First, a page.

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Specialty tag(s): Business Valuation in Divorce, Divorce for Business Owners
How Is a Business Valued in Divorce?
Jeff Shore | October 14, 2022
Complicated property matters in a divorce often involve property where the fair market value is not easily or readily determined. Those often involve ownership of a business where the court has to determine the fair market value of the business within the divorce process. Many times the valuation is complicated because the individual spouse does not own the business, but it is held within an entity like a corporation, a partnership, or a limited liability company. Sometimes the married spouse does not own 100% of the business but has partners, which also impacts the valuation process. In some cases the asset to be valued is held inside a trust, further complicating the valuation process. In cases where the court is determining the value of complicated property, several steps are used in the divorce process.
With a written agreement
In some cases the owners of a business have entered into a written agreement and decided in their agreement how they will value the business in the event of a divorce. Under Texas law, when the owners of a business have entered into a written agreement with a process for determining value in the event of divorce, the courts will follow the valuation as agreed by the owners.
Without a written agreement
In other cases where the owners have not entered into a written agreement to establish the value of the company or value of a partner’s ownership interest in the event of divorce, the process is more complicated. In those cases the spouse may:
Hire a certified accountant who is a business valuation specialist.
The valuation expert relies on their special education, training, experience and often a certification to review the assets and the cash flow of the business and to form an opinion as to what is the fair market value of the marital interest in the business. For many cases this involves looking at not only financial documents, but with attention to whether the business is asset intensive, like a trucking company, or perhaps more of a service business, like a law firm. Texas courts have approved a methodology for business valuation that follows the Internal Revenue Service regulations for valuing a business when the owner dies. That valuation process is used for estate tax purposes, but we use the same methodology in Texas for valuing a business and the owner’s interest in a divorce.
Rely on the court.
If the divorce case goes to trial, the judge has to make a determination as to what is the value of the marital interest in the business. For spouses who have hired their own valuation expert, each of those experts may testify during the trial. The judge is not bound by the opinions of the experts but will make their own findings as to what is the value of the marital interest in the business at the time of the divorce.
Many people are curious about what the judge does to award the marital interest in the business following the trial of a divorce case. Depending on the value of the business and the value of other assets, the court may award the business to one spouse and award assets of equal value to the other spouse so that there is a fair and equitable division of the marital estate.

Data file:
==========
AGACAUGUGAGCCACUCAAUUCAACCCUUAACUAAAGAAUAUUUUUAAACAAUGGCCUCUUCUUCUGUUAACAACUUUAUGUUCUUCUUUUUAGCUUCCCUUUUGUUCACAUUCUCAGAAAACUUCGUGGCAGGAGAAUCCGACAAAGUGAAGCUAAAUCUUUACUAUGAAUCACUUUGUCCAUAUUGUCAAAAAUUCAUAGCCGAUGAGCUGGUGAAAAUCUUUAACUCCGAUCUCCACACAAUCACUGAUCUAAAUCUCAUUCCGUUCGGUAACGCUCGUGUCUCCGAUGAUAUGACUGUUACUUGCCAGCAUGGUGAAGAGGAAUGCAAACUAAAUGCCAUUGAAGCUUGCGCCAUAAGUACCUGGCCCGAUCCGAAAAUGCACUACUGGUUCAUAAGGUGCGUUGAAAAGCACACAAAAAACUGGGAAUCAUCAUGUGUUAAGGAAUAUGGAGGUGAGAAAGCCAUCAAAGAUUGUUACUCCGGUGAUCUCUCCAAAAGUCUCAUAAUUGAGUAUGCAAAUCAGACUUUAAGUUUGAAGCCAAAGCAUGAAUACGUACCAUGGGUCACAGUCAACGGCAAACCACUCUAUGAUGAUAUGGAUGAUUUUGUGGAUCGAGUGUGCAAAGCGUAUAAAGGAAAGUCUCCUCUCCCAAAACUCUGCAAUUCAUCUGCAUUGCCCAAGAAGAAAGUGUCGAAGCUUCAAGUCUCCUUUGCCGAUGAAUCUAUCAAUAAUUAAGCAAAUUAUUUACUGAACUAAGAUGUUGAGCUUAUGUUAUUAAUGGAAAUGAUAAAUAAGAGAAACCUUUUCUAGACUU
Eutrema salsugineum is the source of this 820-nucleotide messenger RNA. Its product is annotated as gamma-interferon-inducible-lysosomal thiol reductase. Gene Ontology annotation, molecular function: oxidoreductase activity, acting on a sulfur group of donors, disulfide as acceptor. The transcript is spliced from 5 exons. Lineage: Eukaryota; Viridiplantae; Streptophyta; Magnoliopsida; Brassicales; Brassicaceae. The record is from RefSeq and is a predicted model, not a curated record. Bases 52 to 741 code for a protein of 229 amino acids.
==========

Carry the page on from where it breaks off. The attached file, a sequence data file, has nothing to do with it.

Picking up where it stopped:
In cases where there are not enough other assets to equalize the division, one spouse might still be awarded the entire business and the other spouse would be awarded a money judgment to equalize the division. In those cases, the judge will establish and order not only the amount of money to be paid, but also a payment plan, an interest rate, and oftentimes the judge will assign security or collateral for the amount to be paid. This will usually include as collateral the business interest being awarded to the other spouse, but it might also include other assets so that the spouse receiving money under the payment plan will have security for the amount that they are being paid.
So, if you are thinking about divorce, or are involved in a divorce where there is a business corporation, a partnership, limited liability company (LLC) or a trust, the most important advice that I could share with you is to hire a lawyer who has experience and knowledge in these areas of the law.
Jeff Shore is Board Certified in Family Law by the Texas Board of Legal Specialization. He is rated “AV” by his peers which is the highest rating in legal ability and ethical standards. Time as a civil business litigator early in Jeff’s career honed his technical skills and business acumen. He is adept at handling complex property cases involving partnerships, business valuation and asset tracing. When representing business owners, Jeff protects their interests in determining how assets are to be divided. When assisting non-moneyed spouses, he ensures they understand finances and secure resources for their post-divorce lives.
For more information on how to divide complex estates in divorce, please contact Jeff Shore at 214-473-9696.